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They are the blue .22 LR anodized aluminum rounds. I hadn't thought about how difficult it would be to make a rimfire snap cap that wouldn't be deformed after some use. Makes sense now that you point it out to me.

I got them more for use as dummy rounds anyway. I will be teaching some non-shooters how to shoot and want them to load and unload at the kitchen table before we go to the range. But I plan to have them pull the triggers a few times, too. I'm OK with breaking the dummy rounds. All the practice we can do at home will make my new shooters safer at the range, and that's worth the cost to me.

Thanks for the replies.
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Old January 30, 2019, 05:50 PM   #7
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I use fire .22 cases as snap caps. Some folks have suggested using drywall anchors.
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Old January 30, 2019, 07:13 PM   #8
dogtown tom
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Quote:
Aguila Blanca I use fire .22 cases as snap caps. Some folks have suggested using drywall anchors.
Cheap and works great.
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Old January 30, 2019, 07:38 PM   #9
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Secondary use

Quote:
I use fire .22 cases as snap caps. Some folks have suggested using drywall anchors.
Once you learn how to handle them, they work quite well. I also use a spent case to demonstrate how to clear a rifle. I file off a section of the rim that the extractor can't catch. I open the bolt and nothing comes out, then ask the student if the rifle is clear.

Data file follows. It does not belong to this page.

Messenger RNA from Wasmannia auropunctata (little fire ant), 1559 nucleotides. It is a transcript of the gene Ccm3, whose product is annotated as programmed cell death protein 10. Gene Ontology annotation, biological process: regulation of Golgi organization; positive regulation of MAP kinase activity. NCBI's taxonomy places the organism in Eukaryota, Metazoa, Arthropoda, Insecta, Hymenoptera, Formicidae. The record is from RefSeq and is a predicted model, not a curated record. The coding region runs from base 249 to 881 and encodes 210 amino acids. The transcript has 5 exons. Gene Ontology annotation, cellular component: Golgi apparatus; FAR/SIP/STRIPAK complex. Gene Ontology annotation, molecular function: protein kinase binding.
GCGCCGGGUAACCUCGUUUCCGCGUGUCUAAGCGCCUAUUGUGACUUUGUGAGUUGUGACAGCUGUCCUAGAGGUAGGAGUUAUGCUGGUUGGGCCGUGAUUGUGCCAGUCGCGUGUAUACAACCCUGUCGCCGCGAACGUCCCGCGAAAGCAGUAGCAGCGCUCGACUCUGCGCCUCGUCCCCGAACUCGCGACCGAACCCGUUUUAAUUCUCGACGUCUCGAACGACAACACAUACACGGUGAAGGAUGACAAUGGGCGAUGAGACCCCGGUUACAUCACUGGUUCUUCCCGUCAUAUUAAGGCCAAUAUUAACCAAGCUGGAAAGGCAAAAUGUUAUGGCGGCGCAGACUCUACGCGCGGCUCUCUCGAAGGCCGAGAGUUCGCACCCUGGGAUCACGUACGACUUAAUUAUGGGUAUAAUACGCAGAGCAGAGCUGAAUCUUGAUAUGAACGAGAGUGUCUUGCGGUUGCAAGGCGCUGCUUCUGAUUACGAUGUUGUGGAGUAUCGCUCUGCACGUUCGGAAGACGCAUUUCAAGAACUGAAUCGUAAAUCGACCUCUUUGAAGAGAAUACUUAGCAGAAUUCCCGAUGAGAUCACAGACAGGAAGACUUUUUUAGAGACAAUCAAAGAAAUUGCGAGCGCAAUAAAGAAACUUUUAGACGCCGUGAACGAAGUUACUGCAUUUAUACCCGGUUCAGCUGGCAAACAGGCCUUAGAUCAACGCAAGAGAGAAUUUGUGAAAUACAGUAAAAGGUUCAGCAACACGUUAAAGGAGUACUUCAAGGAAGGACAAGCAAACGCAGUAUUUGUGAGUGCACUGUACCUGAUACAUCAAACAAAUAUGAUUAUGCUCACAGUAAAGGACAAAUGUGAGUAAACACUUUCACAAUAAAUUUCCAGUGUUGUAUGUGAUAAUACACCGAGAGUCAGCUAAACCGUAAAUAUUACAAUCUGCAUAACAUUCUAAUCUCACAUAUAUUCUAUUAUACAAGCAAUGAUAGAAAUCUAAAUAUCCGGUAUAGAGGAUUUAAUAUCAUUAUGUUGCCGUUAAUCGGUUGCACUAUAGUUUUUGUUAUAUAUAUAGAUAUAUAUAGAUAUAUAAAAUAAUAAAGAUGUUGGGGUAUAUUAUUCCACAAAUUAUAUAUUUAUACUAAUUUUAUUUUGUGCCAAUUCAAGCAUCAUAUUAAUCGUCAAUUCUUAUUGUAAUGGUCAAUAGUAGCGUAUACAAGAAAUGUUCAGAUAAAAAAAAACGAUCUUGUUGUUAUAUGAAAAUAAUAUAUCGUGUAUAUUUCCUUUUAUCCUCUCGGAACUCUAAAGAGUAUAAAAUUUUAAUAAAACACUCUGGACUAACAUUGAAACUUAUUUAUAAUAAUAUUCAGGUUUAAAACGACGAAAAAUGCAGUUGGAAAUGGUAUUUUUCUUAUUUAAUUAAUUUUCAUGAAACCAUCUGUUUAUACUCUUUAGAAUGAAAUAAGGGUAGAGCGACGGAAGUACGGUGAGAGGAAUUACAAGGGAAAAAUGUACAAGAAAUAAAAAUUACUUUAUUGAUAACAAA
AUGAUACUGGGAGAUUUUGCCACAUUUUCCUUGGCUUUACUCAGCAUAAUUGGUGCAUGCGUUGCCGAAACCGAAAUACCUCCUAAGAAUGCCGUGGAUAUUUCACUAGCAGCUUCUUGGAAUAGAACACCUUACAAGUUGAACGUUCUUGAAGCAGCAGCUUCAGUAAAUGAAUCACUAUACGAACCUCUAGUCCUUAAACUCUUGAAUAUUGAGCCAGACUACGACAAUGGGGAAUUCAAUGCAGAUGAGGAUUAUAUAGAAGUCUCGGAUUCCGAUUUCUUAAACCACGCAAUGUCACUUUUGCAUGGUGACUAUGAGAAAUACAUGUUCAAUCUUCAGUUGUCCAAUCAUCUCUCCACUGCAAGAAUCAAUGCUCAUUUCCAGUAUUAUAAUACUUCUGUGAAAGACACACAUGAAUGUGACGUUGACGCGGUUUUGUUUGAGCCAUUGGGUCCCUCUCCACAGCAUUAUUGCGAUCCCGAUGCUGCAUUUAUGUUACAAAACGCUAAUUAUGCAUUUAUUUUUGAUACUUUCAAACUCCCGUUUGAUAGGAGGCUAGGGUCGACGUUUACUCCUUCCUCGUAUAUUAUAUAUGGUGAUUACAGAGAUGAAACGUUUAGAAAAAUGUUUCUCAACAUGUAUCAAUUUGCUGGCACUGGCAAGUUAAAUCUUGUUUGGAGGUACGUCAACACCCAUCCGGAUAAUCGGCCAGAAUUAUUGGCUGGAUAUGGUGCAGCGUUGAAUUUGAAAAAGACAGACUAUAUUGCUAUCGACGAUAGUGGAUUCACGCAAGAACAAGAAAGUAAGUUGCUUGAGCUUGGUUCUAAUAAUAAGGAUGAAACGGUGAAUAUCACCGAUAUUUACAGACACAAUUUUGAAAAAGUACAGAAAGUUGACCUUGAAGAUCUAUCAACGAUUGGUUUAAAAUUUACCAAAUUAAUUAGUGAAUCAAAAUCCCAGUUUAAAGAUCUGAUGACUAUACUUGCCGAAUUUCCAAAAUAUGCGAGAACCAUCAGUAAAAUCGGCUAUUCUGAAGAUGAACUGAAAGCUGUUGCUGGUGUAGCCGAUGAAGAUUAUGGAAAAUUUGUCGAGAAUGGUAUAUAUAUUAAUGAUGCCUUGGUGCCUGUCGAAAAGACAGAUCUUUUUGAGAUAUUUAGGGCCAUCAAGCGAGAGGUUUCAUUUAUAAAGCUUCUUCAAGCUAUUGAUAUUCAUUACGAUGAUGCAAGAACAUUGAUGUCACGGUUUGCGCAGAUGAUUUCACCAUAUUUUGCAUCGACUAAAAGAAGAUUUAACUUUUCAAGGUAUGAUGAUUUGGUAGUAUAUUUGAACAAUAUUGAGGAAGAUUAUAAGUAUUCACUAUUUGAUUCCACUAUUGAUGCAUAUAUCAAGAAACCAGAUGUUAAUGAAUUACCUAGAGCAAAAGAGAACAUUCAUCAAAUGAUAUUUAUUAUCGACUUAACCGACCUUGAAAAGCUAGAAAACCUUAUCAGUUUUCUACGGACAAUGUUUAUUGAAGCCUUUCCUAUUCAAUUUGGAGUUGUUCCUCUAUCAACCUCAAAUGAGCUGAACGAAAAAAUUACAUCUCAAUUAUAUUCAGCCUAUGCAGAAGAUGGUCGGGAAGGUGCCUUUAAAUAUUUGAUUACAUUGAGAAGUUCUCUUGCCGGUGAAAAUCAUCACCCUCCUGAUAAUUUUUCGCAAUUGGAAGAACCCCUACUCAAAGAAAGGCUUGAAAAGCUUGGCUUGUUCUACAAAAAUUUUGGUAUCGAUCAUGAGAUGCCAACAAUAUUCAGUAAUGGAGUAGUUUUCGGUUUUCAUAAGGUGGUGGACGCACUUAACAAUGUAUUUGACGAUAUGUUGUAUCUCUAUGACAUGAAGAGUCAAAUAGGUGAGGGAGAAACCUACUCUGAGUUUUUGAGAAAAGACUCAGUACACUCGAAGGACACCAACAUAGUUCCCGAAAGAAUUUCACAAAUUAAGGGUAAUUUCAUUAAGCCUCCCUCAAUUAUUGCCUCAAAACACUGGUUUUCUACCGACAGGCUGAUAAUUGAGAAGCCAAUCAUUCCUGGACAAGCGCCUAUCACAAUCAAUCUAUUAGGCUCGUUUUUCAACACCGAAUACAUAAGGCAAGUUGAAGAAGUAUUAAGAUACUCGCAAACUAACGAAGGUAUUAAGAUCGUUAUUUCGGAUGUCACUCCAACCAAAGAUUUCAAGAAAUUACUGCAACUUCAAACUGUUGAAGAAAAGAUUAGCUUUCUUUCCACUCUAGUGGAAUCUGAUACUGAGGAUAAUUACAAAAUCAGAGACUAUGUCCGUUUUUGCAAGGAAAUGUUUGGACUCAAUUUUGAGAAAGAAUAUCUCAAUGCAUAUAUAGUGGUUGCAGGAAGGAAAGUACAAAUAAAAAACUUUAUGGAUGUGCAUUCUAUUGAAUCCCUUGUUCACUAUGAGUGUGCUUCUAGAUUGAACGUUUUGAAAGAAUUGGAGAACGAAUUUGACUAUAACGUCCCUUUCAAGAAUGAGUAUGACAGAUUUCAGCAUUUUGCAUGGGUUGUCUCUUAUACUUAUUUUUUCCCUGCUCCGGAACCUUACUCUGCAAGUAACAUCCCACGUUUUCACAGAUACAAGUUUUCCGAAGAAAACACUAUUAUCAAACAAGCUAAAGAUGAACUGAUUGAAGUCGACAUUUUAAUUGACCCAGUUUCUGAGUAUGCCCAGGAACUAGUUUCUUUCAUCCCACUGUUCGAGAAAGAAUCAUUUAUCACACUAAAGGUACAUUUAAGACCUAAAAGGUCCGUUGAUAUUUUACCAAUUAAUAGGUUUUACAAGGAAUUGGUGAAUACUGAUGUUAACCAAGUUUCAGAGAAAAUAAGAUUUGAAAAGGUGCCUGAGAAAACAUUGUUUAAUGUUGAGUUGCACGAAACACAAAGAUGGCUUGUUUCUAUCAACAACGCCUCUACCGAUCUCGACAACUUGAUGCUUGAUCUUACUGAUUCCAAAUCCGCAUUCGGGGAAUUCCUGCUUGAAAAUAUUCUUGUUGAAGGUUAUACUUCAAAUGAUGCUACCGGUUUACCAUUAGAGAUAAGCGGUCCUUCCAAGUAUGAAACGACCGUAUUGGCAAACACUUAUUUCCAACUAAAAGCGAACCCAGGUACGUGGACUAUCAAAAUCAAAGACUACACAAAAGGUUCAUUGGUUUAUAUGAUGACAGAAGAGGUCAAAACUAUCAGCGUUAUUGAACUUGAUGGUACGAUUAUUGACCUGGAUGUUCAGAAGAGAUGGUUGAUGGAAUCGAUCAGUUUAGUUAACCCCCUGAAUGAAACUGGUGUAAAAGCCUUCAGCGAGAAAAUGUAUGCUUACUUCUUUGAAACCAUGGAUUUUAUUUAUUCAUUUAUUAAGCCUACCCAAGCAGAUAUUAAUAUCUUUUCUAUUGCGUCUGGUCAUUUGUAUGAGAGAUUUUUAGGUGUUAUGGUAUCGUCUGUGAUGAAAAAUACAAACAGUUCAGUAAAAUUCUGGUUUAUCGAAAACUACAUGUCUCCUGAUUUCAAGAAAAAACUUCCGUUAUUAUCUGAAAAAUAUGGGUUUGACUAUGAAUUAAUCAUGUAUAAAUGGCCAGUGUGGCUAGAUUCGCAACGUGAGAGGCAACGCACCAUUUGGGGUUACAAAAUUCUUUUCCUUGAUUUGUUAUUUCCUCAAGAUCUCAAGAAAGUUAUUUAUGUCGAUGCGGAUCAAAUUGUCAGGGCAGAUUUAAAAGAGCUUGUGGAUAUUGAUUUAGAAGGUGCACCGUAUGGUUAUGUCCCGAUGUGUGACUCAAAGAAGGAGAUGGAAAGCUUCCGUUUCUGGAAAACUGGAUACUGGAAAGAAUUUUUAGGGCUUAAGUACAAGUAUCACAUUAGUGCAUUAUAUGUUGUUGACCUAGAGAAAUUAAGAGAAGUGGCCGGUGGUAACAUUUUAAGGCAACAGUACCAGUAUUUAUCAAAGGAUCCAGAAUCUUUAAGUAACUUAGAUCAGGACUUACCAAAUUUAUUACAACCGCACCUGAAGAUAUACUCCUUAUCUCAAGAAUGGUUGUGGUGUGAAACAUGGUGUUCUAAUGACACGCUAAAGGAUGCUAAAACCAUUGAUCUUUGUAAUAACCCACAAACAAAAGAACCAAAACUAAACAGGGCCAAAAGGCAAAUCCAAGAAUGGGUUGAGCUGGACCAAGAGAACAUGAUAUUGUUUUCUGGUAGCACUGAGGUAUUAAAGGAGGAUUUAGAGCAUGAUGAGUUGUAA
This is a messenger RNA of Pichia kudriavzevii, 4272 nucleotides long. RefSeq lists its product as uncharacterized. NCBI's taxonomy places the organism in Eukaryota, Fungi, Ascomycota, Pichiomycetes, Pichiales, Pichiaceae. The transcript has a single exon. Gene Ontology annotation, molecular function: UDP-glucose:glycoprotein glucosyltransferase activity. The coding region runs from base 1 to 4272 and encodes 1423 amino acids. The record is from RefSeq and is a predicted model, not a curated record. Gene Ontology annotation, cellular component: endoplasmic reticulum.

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Old January 30, 2019, 08:44 PM   #10
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Quote:
I use fire .22 cases as snap caps.
Same here.
If I don't feel like dry-firing* the firearm, I'll use a fired case and rotate it between trigger pulls if multiple strikes are to be made.

I have a dozen of the A-Zoom dummies. They're only used as dummies. They've never been touched by a firing pin.


*(Yes, I dry-fire many of my rimfires, under certain circumstances. No, I don't want to discuss when, why, how, or the pros and cons of the practice. This isn't the place.)
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Old February 3, 2019, 02:46 PM   #11
reteach
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The dummy rounds worked fine for showing a couple of new shooters how to load and unload a revolver and semi-auto and how to use a speed loader. When we used the dummy rounds to dry fire, the rims (that has to be what A_Zoom means by "heads") were dented and deformed. We could still dry fire with them in the revolver, but they wouldn't fit in a speed loader or magazine, so no more loading practice after the dry fire. They worked for us long enough to show the newbies the basics. When they got to the range the next day, there was no awkwardness with loading and unloading. So worth the $12 I spent on them.
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Old February 3, 2019, 05:17 PM   #12
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Yellow wall anchors are better.
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Old February 3, 2019, 05:50 PM   #13
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Quote:
Originally Posted by cw308 View Post
Yellow wall anchors are better.
I use the yellow dry wall anchors. Work very well. They will hand feed through all my semi-auto .22s but fail to cycle the slide.